Meanwhile, the banning of former President Trump from social media platforms for disseminating false information about the results of the 2020 presidential election has Republicans in Georgia and elsewhere going after Big Tech.

State Senate Republicans pledged Tuesday to target “shadow banning,” the practice of banning a user’s social media content without their knowledge.

“For too long, Big Tech companies have gone unchecked, trampling on our basic rights as Americans by censoring our freedom of speech, while exploiting our private data to line their own pockets,” Sen. Greg Dolezal, R-Cumming, said.

Senate Bill 226 by State Sen. Jason Anavitarte (R-Paulding County) was heard by a subcommittee of the House Judiciary Non-Civil Committee, according to the Associated Press via AccessWDUN.

Republicans in the Georgia House on Tuesday signaled they will push forward with a proposal that would allow parents to protest books and other materials that they believe are harmful to minors, with school officials required to decide within seven days whether to remove the material.

“I think what we were trying to do is basically create a process that the public would understand in terms of where to go if there was a concern with material,” Anavitarte said.

A group of conservative activists have particularly focused on materials that may be available in online databases, with state Rep. Martin Momtahan, a Dallas Republican, citing examples Tuesday of what he called “disgusting, raunchy filth.”

Now, state rules require each school district to adopt a media policy and each school board to review instructional materials, including soliciting public comment. But there’s no guaranteed way for a parent to force a school district to decide if a particular item is obscene.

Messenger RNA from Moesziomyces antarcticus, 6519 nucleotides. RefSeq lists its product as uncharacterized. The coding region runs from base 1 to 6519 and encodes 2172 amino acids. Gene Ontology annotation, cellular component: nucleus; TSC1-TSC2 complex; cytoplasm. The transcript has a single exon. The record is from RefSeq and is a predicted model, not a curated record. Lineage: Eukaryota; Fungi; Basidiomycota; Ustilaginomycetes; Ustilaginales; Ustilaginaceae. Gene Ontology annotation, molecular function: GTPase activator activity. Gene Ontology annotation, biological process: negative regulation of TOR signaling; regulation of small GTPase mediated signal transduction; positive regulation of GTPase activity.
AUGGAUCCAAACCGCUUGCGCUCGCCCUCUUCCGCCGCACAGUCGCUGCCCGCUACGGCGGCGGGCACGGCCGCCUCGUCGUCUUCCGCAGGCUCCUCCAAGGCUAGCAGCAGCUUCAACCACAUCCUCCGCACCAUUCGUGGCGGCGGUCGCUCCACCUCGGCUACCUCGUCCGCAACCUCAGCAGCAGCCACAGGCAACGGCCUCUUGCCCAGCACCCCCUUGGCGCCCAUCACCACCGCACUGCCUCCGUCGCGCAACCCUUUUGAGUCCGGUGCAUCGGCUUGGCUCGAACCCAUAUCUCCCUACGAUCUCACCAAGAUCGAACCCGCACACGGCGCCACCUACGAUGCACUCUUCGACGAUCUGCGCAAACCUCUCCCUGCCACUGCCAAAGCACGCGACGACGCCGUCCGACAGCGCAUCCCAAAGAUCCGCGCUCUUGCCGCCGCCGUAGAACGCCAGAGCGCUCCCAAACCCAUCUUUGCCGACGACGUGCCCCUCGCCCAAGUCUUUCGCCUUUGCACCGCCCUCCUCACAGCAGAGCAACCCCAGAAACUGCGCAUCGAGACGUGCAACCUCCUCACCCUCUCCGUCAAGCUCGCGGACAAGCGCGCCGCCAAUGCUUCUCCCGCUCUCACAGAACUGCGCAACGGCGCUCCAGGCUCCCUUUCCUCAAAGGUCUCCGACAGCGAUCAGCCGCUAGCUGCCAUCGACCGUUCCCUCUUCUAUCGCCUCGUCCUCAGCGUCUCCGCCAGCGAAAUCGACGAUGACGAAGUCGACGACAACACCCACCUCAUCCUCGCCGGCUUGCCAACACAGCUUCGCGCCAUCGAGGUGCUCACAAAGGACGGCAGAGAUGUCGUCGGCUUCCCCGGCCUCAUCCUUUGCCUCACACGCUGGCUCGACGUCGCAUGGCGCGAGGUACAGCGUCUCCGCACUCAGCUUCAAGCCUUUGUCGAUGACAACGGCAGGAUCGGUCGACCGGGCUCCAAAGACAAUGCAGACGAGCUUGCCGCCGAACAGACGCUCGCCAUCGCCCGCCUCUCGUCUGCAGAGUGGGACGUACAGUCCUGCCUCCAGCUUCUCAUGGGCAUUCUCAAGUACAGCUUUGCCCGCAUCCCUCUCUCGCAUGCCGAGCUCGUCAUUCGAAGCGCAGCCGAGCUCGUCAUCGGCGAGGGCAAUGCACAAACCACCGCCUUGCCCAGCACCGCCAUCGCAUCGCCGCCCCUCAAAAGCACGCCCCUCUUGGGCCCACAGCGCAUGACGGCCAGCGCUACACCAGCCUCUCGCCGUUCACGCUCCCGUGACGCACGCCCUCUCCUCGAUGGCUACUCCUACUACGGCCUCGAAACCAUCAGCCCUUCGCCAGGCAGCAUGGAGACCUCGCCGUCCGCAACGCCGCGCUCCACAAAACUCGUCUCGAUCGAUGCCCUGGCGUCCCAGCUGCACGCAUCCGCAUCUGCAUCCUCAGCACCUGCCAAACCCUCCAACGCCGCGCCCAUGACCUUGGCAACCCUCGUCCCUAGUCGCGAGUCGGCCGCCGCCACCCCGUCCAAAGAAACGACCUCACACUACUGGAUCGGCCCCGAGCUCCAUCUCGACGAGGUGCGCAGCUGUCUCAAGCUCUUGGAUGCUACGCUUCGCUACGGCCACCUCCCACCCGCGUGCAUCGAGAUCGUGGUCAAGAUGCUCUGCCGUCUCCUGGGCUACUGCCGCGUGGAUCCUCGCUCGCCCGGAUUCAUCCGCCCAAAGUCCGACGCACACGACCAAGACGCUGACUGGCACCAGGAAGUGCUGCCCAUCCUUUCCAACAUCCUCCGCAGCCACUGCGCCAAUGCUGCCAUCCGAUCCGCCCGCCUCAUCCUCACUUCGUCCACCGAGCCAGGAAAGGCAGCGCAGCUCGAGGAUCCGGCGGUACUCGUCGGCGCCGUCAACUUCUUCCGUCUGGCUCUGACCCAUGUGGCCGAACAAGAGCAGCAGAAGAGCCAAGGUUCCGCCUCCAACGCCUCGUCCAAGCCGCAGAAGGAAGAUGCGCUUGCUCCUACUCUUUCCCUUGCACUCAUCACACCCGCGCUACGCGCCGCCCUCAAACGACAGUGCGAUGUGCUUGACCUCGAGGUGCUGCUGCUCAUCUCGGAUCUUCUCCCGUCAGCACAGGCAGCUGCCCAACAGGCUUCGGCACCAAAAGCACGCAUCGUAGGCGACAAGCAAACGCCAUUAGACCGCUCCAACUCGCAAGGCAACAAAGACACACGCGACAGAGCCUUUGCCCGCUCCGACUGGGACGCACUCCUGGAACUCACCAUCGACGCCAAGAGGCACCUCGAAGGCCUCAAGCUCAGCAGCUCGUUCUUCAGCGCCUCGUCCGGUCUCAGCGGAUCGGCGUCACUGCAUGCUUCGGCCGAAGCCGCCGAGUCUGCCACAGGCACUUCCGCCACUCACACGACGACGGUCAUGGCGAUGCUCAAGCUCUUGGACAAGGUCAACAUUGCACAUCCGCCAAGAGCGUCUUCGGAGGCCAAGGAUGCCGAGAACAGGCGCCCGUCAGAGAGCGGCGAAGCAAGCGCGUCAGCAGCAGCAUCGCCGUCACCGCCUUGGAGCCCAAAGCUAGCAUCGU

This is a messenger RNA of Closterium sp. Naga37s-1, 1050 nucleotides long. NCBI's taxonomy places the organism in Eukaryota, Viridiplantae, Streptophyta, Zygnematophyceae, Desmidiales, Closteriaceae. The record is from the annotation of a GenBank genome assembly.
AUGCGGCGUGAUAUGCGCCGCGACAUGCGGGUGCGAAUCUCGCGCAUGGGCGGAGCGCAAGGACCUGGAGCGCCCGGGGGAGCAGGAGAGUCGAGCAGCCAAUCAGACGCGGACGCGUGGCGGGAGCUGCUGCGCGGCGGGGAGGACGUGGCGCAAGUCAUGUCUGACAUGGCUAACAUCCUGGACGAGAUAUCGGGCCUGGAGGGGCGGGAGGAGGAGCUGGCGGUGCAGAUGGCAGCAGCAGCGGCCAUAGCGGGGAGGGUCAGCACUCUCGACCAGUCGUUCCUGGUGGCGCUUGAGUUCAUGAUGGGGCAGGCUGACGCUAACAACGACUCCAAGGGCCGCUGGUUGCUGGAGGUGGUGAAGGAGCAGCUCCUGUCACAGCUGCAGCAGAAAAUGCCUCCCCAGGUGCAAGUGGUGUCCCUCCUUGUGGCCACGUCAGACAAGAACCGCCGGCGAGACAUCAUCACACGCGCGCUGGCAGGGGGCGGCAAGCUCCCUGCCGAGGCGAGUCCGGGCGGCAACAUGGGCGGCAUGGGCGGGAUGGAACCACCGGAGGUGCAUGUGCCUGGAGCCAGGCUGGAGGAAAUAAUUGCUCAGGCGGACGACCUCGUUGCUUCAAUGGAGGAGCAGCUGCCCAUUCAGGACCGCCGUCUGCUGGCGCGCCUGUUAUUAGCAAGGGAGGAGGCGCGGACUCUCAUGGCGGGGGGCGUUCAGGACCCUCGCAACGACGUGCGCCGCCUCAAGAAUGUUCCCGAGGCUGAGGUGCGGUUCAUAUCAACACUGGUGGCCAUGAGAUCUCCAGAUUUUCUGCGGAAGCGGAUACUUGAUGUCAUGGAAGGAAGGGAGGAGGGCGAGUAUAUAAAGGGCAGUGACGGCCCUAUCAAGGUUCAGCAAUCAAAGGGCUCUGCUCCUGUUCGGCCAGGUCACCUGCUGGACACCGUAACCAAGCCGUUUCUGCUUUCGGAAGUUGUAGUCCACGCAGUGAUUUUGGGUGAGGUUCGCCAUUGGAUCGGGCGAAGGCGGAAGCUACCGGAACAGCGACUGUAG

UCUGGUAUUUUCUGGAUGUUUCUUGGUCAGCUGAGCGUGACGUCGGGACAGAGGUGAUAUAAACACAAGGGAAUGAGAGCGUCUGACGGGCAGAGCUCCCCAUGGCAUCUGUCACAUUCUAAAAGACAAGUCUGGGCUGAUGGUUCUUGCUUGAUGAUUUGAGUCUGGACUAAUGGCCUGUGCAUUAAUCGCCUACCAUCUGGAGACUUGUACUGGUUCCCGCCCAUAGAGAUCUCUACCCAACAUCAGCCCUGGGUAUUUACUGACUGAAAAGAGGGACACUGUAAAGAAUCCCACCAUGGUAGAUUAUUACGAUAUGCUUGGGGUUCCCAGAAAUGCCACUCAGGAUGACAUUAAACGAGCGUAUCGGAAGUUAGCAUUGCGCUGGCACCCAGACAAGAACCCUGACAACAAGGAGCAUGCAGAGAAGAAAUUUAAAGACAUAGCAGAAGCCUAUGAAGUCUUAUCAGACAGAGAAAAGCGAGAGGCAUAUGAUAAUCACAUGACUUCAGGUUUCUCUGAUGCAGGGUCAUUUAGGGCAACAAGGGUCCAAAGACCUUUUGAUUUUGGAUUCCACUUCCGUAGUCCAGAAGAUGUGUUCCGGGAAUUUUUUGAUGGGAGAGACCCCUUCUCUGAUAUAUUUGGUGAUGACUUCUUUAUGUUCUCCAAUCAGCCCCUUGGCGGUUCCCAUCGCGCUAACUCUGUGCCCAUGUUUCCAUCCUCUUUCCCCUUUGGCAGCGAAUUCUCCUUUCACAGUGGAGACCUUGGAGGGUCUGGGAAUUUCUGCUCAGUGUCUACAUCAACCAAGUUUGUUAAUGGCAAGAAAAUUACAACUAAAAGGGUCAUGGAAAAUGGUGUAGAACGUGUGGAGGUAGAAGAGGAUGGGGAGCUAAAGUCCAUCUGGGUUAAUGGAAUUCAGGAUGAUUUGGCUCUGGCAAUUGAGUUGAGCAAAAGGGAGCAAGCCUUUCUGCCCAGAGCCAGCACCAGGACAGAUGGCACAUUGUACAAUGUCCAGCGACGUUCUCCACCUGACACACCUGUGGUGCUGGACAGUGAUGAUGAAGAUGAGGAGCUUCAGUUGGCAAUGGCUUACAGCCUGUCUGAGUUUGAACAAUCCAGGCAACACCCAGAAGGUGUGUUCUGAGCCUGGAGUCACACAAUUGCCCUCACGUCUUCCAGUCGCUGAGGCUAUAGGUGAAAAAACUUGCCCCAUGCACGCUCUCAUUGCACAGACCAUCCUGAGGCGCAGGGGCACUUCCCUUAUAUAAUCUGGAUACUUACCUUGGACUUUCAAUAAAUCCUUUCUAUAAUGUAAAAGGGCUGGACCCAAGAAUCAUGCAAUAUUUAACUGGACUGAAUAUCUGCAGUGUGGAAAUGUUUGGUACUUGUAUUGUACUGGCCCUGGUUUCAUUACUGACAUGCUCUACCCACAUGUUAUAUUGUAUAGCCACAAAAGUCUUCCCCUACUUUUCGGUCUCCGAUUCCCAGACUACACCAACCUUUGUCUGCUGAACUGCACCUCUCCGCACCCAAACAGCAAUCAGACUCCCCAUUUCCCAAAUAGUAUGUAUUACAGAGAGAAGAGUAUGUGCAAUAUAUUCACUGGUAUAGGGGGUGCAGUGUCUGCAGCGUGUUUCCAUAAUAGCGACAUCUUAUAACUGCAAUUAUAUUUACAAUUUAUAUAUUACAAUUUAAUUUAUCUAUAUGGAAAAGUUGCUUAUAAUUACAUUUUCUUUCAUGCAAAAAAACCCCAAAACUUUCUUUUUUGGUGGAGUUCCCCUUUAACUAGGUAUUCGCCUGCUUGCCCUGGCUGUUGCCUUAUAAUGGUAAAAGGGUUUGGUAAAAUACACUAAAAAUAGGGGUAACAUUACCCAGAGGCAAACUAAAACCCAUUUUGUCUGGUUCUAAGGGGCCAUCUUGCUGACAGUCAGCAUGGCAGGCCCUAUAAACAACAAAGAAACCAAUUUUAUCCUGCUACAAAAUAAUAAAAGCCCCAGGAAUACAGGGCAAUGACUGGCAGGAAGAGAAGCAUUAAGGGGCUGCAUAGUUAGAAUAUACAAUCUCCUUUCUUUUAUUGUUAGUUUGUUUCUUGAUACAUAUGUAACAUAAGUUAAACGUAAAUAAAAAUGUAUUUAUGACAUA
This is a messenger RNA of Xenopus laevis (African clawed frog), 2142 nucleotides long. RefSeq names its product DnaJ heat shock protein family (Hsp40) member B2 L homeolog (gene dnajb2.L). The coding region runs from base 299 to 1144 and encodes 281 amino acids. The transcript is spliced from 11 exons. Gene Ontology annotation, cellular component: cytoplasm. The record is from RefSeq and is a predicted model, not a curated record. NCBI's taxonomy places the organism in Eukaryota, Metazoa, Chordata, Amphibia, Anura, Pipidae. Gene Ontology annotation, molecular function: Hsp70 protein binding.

House Speaker Pro Tem Jan Jones of Milton has said she and other Republicans are working on a bill that would require school districts to do more to make sure students can’t access inappropriate material on the internet at school. That measure has yet to be introduced.

The bill dovetails with a larger Republican push to give parents more visibility into and control over public school instructional materials. Senate Republicans on Tuesday said they would join House Republicans in having a bill that seeks to ban the teaching of critical race theory, a term stretched from its original meaning as examining how societal structures perpetuate racial disparities to a broader indictment of diversity initiatives and teaching about race.

Governor Brian Kemp will propose increasing retirement benefits for state employees, according to the Rome News Tribune.

Sen. Chuck Hufstetler, R-Rome, is carrying the legislation for Kemp and is slated to be among the local, state and federal leaders joining the governor and First Lady Marty Kemp. The morning roundtable will focus on proposals to support active and retired military service members.

Senate Bill 343 will increase the 401(k) match for current employees and give long-excluded retirees cost-of-living adjustments as early as July 1.

“The pensions have not been updated since 2009, during the big recession, when they were changed drastically,” Hufstetler said. “Georgia is in a much better shape now to come back and improve things for our employees.”

A major component of the legislation will raise the state match to up to 5% for employees’ 401K plans. It’s currently capped at 3%. There also will be a bonus contribution for longevity after five years, increasing incrementally to as much as 9% of an employee’s pay.

The hope is that the change will help with recruitment and retention, Hufstetler said.